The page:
President Barack Obama's war council is weighing a new role for Pakistan in the 8-year-old struggle in the region. The council recognizes that the U.S. can neither win in Afghanistan nor succeed more broadly against al-Qaida without Pakistan's cooperation.
Obama planned sessions Thursday with Vice President Joe Biden and Secretary of State Hillary Rodham Clinton in the Oval Office to continue the intense discussion about the increasingly unpopular war in Afghanistan. The White House scheduled another, larger war council session a fifth of five announced for Friday, when the focus may finally shift to just how many additional troops would be needed to execute Obama's vision for a war he inherited but now must execute.
The White House revealed that Obama has in hand and has for nearly a week the troop request prepared by the top U.S. commander in Afghanistan, Gen. Stanley McChrystal. It is said to include a range of options, from adding as few as 10,000 combat troops to McChrystal's strong preference as many as 40,000.
A senior Pentagon official said Thursday that the Obama administration's delay in deciding on a strategy has, in turn, stalled European allies who are weighing how much more to contribute to Afghanistan, The Associated Press reports.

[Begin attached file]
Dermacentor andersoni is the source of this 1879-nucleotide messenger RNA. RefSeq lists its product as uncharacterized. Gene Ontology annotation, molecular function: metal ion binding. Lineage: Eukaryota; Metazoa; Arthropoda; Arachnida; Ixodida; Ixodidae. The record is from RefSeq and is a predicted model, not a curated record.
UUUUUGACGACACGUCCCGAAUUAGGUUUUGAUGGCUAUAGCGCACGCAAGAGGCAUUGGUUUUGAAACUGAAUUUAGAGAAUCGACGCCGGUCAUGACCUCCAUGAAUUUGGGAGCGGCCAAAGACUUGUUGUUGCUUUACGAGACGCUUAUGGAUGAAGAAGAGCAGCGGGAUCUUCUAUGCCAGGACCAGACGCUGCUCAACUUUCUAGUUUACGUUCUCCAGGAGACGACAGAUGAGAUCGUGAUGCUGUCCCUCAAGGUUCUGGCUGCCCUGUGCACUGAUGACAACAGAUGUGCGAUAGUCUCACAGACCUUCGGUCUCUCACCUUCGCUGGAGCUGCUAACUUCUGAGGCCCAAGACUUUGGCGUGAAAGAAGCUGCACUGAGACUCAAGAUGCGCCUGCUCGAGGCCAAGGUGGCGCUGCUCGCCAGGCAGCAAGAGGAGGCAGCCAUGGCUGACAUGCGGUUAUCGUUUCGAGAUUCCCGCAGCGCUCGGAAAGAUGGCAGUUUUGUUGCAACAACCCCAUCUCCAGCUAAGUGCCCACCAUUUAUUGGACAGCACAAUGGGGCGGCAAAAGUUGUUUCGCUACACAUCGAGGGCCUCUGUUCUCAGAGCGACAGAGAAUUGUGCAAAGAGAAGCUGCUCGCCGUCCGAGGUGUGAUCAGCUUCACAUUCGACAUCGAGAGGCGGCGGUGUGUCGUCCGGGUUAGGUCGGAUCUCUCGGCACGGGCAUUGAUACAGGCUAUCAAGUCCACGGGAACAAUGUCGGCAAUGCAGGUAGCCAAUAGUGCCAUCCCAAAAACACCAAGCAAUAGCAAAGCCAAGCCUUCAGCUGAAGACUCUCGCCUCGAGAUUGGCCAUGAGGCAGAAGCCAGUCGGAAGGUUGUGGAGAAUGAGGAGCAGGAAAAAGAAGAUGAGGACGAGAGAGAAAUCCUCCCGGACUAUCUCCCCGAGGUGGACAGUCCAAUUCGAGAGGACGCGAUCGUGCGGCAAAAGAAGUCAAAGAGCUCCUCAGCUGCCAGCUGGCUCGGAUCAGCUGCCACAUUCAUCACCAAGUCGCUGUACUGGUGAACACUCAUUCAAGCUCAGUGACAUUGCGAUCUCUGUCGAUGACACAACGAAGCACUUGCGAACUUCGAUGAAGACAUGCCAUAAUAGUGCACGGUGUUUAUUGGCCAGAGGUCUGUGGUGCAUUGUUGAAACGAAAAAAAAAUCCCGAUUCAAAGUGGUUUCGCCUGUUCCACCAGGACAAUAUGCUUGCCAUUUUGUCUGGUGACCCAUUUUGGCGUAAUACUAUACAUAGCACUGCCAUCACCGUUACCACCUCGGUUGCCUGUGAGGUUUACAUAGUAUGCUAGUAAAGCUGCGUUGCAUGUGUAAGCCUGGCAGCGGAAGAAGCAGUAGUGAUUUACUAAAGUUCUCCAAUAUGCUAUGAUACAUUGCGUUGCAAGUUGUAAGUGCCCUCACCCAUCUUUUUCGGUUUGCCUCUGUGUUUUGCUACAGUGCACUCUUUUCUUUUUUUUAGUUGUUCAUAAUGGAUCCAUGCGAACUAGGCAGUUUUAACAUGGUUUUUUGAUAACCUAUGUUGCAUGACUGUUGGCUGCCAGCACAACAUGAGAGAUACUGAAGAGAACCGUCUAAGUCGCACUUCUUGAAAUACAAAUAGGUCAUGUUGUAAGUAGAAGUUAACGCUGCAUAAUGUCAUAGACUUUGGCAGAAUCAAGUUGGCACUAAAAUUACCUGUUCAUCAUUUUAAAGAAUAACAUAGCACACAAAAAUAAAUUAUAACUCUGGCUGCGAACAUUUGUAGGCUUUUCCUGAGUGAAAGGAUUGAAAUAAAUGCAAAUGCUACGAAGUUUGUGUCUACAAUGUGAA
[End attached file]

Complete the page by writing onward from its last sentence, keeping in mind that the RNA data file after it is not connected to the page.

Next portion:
It was also reported, in recent months U.S. casualties in Afghanistan have risen sharply, amid more aggressive operations against the Taliban and other militant groups. Public opinion polls show the war is steadily losing support among the American public.
The president, who held a session earlier in the week with members of Congress, convenes a meeting of national security officials on Friday.
The White House confirmed Wednesday that Mr. Obama received a request from the top U.S. commander in Afghanistan, General Stanley McChrystal, for additional troops.
McChrystal has warned the United States could lose the war if more troops are not deployed to Afghanistan. He is said to be calling for as many as 40,000 additional troops, Voice of America reports.
CNN International quoted Rep. Ike Skelton, D-Missouri, as saying,"I really think that the president's going to have to listen to Gen. McChrystal. He's his man. He's his pick. This is a matter of national security."
Rep. Peter Hoekstra, R-Michigan, said Wednesday that whatever the president decides, he must lead "boldly in a mission that needs to be successful, outline his case to the American people and then align all of our resources ... to execute the strategy that he selects," CNN International reports.
The choice of the city of Helsinki is not incidental as the capital of Finland had hosted US-Soviet negotiations on the limitation of nuclear stockpiles in 1969